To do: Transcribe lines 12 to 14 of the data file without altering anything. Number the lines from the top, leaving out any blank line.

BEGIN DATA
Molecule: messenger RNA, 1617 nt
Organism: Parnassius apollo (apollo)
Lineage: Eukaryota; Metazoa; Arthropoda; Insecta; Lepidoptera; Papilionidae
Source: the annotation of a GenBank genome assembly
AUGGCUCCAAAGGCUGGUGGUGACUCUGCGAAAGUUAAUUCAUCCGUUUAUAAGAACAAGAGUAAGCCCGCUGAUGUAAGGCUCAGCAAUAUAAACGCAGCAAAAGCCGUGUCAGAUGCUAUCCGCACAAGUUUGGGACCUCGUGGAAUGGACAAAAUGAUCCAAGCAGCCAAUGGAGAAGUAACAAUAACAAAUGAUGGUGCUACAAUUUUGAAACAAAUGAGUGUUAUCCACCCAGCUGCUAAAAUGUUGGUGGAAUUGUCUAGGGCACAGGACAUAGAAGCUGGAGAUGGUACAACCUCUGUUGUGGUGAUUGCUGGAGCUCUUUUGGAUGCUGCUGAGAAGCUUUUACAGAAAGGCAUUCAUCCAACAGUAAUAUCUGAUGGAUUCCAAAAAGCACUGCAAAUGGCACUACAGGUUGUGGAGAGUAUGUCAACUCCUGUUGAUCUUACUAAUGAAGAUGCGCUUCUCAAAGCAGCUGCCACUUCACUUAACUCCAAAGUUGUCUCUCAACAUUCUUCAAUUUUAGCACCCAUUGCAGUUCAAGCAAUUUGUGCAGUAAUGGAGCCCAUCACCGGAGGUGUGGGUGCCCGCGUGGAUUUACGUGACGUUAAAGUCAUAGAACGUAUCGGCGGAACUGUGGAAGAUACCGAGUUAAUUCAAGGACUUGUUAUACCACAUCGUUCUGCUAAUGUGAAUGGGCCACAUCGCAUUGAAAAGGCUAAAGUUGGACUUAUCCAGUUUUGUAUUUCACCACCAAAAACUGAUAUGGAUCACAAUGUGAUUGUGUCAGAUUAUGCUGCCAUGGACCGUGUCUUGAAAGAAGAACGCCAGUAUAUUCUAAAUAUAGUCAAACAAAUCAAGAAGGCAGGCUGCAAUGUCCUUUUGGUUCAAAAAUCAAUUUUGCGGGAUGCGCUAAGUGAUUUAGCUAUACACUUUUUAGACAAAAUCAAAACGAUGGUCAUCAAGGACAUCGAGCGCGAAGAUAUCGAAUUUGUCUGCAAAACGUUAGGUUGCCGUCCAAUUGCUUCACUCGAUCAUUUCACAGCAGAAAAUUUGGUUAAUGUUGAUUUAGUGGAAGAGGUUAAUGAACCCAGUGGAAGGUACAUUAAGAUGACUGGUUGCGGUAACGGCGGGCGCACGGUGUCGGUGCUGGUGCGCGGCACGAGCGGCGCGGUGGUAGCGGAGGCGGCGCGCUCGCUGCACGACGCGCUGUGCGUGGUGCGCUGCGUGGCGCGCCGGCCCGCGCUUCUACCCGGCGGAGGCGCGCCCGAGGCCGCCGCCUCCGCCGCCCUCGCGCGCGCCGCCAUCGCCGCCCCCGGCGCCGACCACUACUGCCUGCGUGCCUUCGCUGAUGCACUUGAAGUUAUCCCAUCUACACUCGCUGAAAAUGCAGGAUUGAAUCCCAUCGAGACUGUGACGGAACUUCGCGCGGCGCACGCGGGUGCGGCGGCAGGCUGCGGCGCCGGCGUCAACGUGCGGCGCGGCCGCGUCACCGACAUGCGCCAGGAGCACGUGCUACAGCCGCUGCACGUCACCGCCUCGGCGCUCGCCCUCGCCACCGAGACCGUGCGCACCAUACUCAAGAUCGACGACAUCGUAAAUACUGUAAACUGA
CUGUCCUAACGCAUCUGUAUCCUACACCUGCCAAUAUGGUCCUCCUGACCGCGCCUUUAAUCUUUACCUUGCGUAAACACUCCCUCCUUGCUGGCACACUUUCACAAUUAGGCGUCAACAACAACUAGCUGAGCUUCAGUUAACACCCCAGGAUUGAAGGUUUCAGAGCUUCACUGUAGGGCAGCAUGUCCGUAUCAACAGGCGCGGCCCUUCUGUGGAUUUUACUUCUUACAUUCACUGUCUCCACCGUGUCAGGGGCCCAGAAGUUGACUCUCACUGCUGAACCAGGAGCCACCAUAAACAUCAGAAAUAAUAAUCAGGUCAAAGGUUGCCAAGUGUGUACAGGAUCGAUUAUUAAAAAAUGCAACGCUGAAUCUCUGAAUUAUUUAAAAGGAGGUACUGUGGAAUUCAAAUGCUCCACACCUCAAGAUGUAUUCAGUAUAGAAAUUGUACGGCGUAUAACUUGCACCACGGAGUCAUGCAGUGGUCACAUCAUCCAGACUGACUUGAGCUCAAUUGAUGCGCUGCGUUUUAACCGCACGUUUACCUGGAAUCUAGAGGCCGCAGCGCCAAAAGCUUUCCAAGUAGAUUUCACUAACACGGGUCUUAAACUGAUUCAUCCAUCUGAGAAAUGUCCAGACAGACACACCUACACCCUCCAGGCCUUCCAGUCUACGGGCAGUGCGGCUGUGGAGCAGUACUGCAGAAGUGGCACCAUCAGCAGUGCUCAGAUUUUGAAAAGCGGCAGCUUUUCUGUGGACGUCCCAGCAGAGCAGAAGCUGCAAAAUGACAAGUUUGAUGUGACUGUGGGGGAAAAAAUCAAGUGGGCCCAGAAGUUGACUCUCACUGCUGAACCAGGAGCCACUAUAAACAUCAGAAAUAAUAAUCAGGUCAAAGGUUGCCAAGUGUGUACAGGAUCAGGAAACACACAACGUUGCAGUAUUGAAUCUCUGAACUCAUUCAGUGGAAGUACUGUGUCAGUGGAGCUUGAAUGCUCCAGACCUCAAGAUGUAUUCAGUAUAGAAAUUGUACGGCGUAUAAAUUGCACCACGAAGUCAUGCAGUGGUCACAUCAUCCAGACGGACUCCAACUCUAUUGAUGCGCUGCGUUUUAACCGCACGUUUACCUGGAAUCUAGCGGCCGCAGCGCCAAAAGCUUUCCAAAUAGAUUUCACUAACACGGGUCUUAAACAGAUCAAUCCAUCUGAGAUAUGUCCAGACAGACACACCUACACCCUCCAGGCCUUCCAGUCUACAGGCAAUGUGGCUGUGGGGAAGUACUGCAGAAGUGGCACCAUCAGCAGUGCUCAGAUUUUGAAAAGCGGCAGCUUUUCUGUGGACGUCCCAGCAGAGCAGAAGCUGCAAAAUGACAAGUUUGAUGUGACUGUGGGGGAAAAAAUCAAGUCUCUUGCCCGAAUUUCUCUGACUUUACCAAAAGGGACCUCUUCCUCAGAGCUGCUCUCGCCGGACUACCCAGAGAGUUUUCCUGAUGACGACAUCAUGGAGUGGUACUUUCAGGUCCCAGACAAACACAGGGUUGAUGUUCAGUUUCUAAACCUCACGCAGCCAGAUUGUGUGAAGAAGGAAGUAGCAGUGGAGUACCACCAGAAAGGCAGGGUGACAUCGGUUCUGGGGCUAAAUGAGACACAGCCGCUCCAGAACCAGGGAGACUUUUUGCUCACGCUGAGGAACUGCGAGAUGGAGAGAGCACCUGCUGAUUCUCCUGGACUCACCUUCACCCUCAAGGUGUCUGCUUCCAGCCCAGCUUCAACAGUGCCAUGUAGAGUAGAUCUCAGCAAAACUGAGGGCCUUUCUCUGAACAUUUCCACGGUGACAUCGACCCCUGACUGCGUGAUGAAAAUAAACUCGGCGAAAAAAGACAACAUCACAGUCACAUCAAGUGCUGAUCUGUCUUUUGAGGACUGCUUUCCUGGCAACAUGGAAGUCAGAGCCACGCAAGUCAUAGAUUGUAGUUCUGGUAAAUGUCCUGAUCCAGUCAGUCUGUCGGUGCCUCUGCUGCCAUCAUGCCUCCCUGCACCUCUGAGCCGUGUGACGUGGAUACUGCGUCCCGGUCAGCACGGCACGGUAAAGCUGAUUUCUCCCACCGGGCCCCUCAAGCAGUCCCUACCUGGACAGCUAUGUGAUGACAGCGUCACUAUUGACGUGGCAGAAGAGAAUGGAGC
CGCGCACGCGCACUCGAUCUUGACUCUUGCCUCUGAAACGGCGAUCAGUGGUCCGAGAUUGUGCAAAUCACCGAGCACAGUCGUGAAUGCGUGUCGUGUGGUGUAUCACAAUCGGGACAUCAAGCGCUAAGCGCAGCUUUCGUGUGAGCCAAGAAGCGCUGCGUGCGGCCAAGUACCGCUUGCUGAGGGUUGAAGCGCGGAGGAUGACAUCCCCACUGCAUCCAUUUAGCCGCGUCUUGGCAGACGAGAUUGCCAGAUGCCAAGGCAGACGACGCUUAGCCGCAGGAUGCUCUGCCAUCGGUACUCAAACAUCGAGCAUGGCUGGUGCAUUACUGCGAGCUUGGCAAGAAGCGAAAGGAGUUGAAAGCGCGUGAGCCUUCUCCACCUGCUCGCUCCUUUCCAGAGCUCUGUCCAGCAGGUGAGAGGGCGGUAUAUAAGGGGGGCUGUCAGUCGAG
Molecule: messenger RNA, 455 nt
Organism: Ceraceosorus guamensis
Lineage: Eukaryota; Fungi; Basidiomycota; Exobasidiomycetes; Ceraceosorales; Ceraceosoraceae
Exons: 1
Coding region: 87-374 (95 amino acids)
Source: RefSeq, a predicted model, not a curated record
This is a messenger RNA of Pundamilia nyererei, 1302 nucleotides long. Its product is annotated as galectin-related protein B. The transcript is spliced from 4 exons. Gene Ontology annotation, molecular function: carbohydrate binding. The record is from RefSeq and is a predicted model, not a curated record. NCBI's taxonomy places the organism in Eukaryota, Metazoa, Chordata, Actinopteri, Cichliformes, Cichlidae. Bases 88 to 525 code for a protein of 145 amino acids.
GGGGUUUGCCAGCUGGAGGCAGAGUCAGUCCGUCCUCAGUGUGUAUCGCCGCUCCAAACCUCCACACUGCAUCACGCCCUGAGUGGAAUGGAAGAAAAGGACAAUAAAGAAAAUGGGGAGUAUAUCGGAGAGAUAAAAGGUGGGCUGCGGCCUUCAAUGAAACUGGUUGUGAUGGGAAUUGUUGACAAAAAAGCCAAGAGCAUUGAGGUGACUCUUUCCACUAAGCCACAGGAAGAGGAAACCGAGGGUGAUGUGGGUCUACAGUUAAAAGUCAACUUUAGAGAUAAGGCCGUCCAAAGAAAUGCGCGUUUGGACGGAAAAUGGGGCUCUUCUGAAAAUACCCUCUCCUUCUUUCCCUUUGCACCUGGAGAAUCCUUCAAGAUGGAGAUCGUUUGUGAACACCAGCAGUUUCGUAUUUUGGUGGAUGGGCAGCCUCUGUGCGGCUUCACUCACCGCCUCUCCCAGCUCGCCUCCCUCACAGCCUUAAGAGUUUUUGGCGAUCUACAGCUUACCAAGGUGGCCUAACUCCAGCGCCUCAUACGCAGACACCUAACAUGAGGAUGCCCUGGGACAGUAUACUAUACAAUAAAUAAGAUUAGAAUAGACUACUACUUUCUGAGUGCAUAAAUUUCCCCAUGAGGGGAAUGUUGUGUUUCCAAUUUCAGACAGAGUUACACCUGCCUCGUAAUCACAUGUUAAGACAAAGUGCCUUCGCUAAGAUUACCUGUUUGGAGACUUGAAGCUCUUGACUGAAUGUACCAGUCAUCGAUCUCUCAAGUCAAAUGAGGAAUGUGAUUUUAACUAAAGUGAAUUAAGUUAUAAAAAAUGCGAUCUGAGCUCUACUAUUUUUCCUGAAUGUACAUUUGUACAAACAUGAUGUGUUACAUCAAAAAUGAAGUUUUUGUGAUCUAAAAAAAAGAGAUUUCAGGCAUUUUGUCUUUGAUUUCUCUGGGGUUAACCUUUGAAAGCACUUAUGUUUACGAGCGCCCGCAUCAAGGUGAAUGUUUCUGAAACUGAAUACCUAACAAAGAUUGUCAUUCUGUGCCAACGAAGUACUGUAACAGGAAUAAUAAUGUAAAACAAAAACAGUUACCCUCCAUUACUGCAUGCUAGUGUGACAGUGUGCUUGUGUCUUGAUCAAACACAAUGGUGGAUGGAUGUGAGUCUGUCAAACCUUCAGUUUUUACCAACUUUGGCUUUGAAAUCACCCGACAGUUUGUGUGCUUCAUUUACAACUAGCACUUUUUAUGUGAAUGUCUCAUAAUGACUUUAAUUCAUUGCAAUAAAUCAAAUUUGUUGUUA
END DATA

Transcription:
Coding region: 87-374 (95 amino acids)
Source: RefSeq, a predicted model, not a curated record
This is a messenger RNA of Pundamilia nyererei, 1302 nucleotides long. Its product is annotated as galectin-related protein B. The transcript is spliced from 4 exons. Gene Ontology annotation, molecular function: carbohydrate binding. The record is from RefSeq and is a predicted model, not a curated record. NCBI's taxonomy places the organism in Eukaryota, Metazoa, Chordata, Actinopteri, Cichliformes, Cichlidae. Bases 88 to 525 code for a protein of 145 amino acids.